Important Statistics on College Students and Binge Drinking
The majority of the popular state colleges and universities across the nation have at one time or another gained the infamous distinction of being named a "party college". Getting away from home and getting involved in college living often opens the door to many opportunities for college students and binge drinking to mix! It is part of what seems to be expected of young adults within an adult academic setting?
Freshmen starting this fall will be inundated with invitations to party. Party. And party. Freshmen college parties are the right of passage along with academic freedom. Although college freshmen parties are not actually part of what a effects of ignoring the situation has caused most schools to work hard raising awareness for parents and students about what to expect. So, along with the academic programming schools consider dealing with alcohol and partying issues as an intricate part of a college freshmen's social life.
Alcohol College Student Statistics Cause Parents Concern
Binge drinking among college freshmen according to the US Department of Health and Human Services is related to the college students' access to alcohol coupled with the desire to get party with friends. In fact overall there's a 44 percentile correlation of college students and binge drinking among freshmen ages 17 to 21.
Expected or not alcohol use and college freshmen mixing is the biggest fear parents have about their children. And ironically for some college students, many students reasons for attending that specific college are related to that factor. Sadly enough we know that 1 in every 3 college freshmen will be exposed to and have access to or be influenced by and indulging in binge drinking at some point during their college career!
There are many things a college freshman has to worry about when leaving for college aside from keeping up grades and feelings of homesickness. Among the many worries parents and first year college students share are the freshmen parties and access to alcohol.
Frighteningly, the statistics have serious implications for new students at four year institutions. For example, a direct result of wayward college freshmen binge drinking is college traffic accidents. According to MADD and the US DOHHS freshmen students entering a four year college have a 70% chance of abusing alcohol over their friends attending a community or vocational college locally! Additionally alcohol abuse among freshmen college students ranks number 2 in causing the most violent offences on college campuses among students, as reported by the US DOE. Consequently, reports demonstrate a 35% ratio of college freshmen students being involved in the following:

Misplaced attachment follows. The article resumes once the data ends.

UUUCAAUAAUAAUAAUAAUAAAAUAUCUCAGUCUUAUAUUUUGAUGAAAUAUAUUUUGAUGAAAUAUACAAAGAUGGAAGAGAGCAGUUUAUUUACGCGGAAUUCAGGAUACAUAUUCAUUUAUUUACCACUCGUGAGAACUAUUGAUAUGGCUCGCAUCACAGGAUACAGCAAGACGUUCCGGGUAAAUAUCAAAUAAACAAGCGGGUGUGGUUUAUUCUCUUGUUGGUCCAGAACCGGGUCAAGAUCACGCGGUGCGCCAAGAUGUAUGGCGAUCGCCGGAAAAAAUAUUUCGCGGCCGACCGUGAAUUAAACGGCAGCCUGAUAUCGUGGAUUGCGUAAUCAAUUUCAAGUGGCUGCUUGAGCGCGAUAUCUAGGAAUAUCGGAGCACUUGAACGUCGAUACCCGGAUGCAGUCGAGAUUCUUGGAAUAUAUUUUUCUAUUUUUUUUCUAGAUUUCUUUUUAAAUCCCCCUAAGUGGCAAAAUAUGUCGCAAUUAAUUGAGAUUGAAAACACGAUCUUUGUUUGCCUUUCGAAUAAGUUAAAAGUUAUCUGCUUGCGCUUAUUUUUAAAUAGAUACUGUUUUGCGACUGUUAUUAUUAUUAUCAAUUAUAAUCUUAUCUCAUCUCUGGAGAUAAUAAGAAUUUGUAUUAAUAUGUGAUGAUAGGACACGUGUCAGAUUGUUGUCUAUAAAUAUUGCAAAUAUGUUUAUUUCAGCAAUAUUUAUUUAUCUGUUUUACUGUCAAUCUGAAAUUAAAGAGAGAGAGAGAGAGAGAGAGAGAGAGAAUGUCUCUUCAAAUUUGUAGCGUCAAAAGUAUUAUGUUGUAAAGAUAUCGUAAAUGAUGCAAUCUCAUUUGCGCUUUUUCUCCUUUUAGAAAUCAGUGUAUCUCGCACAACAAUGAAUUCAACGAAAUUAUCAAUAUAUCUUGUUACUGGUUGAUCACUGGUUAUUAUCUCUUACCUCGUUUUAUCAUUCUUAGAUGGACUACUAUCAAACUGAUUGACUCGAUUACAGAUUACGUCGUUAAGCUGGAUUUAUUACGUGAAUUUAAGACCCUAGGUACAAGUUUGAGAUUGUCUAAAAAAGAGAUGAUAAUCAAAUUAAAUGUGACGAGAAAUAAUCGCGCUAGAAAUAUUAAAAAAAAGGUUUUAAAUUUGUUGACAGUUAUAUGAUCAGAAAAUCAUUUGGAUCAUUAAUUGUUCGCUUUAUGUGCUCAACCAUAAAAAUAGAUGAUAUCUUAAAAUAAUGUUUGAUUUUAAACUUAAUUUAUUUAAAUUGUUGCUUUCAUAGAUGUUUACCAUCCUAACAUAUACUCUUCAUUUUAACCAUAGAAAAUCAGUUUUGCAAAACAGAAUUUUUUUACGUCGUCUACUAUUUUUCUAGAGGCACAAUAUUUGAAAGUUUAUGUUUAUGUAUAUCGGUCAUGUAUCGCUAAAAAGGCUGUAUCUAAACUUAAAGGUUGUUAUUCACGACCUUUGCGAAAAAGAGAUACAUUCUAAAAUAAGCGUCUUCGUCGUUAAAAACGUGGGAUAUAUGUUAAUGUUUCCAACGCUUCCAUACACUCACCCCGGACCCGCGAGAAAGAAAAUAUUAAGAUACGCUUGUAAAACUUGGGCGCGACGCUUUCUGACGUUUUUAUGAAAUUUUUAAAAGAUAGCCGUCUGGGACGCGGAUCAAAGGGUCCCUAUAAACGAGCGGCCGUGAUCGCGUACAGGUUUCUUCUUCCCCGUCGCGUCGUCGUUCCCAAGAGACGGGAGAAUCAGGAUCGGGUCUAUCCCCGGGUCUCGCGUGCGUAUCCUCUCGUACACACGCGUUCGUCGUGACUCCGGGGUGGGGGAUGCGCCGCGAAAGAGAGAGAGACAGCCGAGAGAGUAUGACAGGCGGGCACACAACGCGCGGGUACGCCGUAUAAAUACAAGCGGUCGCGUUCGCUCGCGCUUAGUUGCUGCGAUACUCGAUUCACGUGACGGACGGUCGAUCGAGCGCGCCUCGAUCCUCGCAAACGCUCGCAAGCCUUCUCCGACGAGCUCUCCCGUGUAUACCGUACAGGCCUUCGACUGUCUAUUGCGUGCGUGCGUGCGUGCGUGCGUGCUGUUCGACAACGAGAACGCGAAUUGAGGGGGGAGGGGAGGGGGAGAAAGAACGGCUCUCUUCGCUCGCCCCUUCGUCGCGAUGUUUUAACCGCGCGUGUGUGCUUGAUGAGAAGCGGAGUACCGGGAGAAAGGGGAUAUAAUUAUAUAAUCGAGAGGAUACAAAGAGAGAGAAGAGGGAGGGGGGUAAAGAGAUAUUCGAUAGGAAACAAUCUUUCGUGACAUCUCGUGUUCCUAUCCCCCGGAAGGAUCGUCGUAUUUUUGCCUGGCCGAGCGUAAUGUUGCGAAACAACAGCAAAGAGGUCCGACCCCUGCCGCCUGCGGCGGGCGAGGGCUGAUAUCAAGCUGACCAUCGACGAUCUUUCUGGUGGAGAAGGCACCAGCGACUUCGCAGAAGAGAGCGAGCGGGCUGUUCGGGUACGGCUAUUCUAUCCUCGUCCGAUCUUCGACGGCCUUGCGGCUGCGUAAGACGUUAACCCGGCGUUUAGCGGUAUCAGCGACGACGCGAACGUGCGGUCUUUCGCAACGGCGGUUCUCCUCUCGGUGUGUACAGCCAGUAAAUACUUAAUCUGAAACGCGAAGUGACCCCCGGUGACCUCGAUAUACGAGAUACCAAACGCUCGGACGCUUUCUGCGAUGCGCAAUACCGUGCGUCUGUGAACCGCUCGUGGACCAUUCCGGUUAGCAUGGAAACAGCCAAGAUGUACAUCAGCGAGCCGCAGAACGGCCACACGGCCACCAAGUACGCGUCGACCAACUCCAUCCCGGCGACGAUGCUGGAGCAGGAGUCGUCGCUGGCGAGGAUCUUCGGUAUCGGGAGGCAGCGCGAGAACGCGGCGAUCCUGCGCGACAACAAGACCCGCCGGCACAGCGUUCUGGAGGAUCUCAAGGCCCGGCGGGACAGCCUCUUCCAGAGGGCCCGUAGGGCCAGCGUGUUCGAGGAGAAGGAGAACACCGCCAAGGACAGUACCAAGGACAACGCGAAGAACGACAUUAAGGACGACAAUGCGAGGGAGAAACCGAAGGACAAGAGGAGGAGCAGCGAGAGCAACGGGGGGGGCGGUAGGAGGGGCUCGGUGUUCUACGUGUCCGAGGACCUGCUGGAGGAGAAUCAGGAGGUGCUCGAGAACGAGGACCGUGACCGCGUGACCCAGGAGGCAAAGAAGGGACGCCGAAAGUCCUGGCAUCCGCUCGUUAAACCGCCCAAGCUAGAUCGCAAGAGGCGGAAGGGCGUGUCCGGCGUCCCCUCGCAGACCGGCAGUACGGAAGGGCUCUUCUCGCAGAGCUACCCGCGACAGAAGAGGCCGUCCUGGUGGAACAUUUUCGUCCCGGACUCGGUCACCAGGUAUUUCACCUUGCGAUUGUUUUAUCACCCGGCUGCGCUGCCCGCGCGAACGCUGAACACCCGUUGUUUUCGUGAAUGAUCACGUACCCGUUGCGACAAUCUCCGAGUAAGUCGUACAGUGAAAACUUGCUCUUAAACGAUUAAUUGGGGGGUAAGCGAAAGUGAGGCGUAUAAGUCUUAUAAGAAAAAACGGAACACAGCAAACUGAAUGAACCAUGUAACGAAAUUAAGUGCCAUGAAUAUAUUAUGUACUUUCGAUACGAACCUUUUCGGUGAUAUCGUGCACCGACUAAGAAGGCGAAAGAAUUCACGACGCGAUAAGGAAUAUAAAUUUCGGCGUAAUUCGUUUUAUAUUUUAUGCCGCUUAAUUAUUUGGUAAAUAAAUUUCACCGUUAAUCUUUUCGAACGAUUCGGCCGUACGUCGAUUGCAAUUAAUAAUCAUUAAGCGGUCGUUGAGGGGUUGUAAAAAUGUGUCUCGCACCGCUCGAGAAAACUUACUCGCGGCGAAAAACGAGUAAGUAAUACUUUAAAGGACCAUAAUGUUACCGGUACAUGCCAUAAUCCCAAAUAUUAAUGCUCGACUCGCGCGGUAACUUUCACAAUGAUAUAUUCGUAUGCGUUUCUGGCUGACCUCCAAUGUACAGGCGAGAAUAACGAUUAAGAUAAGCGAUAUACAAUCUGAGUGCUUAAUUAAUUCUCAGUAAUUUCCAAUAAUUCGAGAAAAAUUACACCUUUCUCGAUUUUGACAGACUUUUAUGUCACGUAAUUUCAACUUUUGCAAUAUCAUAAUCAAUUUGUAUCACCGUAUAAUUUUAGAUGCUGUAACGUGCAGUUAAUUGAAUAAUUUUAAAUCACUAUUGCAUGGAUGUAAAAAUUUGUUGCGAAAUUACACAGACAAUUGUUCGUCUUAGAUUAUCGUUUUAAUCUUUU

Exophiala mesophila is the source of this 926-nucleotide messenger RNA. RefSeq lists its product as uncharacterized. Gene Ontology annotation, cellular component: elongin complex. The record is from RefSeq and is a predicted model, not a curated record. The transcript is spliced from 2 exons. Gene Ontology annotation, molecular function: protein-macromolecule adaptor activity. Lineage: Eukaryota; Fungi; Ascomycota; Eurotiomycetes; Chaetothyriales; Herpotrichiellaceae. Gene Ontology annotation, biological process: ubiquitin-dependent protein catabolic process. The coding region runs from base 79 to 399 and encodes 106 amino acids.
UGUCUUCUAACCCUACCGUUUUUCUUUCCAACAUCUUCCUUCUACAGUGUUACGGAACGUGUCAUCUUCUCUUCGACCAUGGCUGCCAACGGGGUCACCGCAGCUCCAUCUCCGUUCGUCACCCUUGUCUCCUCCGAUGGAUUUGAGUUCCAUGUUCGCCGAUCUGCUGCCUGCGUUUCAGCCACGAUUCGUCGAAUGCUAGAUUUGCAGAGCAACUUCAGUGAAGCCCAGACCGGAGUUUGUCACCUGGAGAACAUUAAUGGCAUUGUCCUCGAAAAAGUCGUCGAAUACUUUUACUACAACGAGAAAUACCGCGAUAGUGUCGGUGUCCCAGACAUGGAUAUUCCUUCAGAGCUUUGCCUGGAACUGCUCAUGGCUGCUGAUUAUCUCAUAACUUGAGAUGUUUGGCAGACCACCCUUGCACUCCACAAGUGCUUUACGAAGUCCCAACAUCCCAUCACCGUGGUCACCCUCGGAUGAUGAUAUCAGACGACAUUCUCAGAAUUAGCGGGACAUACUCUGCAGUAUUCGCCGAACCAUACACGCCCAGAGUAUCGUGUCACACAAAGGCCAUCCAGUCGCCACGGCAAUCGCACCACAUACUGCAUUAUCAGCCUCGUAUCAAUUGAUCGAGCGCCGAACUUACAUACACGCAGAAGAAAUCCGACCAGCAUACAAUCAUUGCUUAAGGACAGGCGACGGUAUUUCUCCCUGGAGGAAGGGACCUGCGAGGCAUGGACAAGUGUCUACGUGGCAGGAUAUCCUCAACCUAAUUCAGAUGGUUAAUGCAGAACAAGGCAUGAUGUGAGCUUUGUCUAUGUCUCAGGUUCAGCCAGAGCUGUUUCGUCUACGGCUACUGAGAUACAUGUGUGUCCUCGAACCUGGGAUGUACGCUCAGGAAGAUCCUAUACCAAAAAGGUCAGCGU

- Rape - Statistically, although law enforcement is seldom implicated, statistics show that one in every four college female freshmen will report a case of date rape or acquaintance rape as a direct result of alcohol fueled partying annually. Of those few that do become legal issues, 2 out of every 5 male college freshmen charged will be convicted.
- Freshmen pregnancy - As a direct result of either sex while intoxicated or date rape during a college party 1 out of 6 College freshmen students will get pregnant. This accounts for 5% of the college drop out rate among freshmen women and 2% of the drop out rate for freshmen men.
- STD Transmissions- naturally alcohol abuse among freshmen greatly impairs their fragile judgment. Over 45% of college freshmen by way of a college binge parting and under the influence of alcohol, failed to consider the usage of contraceptive aids when engaging in sexual intercourse. 15% of these students' contracted and/or spread STD's amongst college students with a 7% ratio of infected students unaware of their condition.
- DUI - Drinking at a binge party and driving drunk obviously go hand in hand on college campuses. Being under the influence of alcohol contributes to 47% of college drunk driving fatalities and resultant serious injuries.
Aside from a hangover, which is obviously not an effective deterrent from college freshmen and binge drinking, parents and college bound students can go on line and review other hard facts and preventive measures to reduce the statistical incline of alcohol abuse among freshmen. While in the last 15 years the scale of college freshmen binge drinking statistics has fluctuated, currently the ratio for 2009 is at quite low. As it stands now, the US DOE, MADD and US DOHHS are optimistic these statistics will continue to decline so long as college freshmen make an effort to alter their expectation of college life and practice sound adult judgment regarding alcohol while attending!